Reviewing

Reviewing

Reviewing

Reviewing

Excerpt

In London there are certain shop windows that always attract a crowd. The attraction is not in the finished article but in the worn-out garments that are having patches inserted in them. The crowd is watching the women at work. There they sit in the shop window putting invisible stitches into moth-eaten trousers. And this familiar sight may serve as illustration to the following paper. So our poets, playwrights and novelists sit in the shop window, doing their work under the curious eyes of reviewers. But the reviewers are not content, like the crowd in the street, to gaze in silence; they comment aloud upon the size of the holes, upon the skill of the workers, and advise the public which of the goods in the shop window is the best worth buying. The purpose of this paper is to rouse discussion as to the value of the reviewer's office--to the writer, to the public, to the reviewer and to literature. But a reservation must first be made-by "the reviewer "is meant the reviewer of imaginative . . .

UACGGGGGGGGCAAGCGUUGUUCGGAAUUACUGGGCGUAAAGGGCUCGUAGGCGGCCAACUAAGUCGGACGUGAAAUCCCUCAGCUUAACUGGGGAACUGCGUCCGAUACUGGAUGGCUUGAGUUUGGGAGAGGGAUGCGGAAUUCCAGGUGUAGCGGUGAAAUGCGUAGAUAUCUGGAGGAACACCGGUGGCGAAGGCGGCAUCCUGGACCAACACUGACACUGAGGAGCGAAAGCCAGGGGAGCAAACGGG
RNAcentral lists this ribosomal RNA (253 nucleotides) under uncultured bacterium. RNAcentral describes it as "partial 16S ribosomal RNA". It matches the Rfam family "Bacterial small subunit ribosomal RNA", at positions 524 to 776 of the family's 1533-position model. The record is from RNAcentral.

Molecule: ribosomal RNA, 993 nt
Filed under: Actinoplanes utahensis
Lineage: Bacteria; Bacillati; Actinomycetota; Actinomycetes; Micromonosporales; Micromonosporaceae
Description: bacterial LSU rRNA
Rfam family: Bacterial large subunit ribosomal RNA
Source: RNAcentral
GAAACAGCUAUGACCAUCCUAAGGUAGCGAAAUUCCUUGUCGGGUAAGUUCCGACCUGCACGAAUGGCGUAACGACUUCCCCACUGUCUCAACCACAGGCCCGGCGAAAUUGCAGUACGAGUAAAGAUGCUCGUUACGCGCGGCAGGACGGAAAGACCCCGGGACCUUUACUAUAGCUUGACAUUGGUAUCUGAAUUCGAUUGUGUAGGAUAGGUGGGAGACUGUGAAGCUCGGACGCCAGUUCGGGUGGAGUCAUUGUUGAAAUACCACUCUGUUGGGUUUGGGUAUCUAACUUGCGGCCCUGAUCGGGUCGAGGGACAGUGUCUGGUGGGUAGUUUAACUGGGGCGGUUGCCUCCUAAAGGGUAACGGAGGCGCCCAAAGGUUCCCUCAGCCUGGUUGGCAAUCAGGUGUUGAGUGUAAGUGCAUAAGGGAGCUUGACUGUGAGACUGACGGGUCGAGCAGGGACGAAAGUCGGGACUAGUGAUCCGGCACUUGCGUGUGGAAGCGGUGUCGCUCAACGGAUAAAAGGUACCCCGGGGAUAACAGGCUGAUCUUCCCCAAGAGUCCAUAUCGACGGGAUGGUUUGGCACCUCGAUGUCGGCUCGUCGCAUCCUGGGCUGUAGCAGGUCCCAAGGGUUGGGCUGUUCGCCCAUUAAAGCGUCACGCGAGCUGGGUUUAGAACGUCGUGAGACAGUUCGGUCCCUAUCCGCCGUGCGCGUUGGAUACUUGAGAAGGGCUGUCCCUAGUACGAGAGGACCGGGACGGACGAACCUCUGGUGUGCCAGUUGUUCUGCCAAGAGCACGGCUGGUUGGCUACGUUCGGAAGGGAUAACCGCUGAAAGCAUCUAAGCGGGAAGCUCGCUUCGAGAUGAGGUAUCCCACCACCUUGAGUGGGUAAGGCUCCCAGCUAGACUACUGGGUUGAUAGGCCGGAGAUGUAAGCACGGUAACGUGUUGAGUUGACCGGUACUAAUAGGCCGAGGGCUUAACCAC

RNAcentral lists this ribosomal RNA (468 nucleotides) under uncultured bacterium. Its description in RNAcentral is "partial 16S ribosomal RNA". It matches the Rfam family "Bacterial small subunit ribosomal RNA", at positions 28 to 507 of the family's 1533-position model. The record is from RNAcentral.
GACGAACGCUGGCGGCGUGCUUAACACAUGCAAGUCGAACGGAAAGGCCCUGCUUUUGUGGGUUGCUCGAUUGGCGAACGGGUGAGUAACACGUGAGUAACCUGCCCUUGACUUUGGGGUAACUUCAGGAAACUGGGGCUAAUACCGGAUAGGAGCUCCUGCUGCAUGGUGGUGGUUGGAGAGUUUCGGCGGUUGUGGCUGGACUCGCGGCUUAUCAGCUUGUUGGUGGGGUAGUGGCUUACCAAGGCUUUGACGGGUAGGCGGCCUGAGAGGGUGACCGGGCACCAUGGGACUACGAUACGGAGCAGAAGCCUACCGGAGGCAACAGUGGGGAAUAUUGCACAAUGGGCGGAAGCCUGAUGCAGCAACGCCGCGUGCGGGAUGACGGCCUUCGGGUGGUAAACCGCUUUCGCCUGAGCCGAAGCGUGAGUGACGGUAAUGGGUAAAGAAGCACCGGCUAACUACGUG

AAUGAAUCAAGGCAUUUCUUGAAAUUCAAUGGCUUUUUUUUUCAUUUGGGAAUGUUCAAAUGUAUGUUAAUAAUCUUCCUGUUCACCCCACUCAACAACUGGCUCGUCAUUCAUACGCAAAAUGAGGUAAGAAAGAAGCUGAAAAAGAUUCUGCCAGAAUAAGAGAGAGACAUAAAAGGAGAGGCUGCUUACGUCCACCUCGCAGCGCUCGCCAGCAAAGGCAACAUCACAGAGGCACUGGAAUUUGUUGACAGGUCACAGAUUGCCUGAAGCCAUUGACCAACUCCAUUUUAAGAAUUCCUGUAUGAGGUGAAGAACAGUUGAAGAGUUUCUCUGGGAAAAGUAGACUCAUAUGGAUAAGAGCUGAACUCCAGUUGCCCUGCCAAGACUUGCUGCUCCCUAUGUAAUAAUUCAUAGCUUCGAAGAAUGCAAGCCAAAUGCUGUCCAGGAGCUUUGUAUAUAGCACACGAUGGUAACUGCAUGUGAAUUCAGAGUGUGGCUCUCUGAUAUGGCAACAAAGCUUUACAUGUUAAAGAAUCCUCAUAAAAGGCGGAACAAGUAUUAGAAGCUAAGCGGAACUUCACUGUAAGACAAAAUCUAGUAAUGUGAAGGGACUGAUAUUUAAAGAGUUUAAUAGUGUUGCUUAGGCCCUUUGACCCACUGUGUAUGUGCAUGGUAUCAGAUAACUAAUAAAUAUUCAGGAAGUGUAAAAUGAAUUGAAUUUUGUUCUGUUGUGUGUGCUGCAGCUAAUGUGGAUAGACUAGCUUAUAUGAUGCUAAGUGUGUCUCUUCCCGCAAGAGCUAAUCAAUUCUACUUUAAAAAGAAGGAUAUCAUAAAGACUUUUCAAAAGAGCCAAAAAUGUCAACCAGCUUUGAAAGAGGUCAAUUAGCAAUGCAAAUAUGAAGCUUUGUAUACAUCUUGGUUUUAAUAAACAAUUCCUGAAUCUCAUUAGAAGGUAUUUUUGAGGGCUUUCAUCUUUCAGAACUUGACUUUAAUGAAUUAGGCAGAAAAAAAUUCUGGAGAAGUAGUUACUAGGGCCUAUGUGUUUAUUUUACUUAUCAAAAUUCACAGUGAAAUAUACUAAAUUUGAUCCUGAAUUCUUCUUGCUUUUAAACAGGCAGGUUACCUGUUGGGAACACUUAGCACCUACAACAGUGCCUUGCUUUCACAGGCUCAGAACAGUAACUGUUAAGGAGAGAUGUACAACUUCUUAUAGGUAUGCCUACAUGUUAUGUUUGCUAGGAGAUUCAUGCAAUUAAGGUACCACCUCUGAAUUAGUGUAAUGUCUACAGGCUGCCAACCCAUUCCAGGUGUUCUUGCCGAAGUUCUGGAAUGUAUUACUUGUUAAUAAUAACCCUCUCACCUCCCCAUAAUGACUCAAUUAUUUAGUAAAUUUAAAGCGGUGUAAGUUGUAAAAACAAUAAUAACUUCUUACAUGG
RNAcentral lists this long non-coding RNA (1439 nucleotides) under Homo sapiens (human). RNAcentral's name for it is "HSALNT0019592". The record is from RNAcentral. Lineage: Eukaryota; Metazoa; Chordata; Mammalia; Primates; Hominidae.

Search by... Author
Show... All Results Primary Sources Peer-reviewed

Oops!

An unknown error has occurred. Please click the button below to reload the page. If the problem persists, please try again in a little while.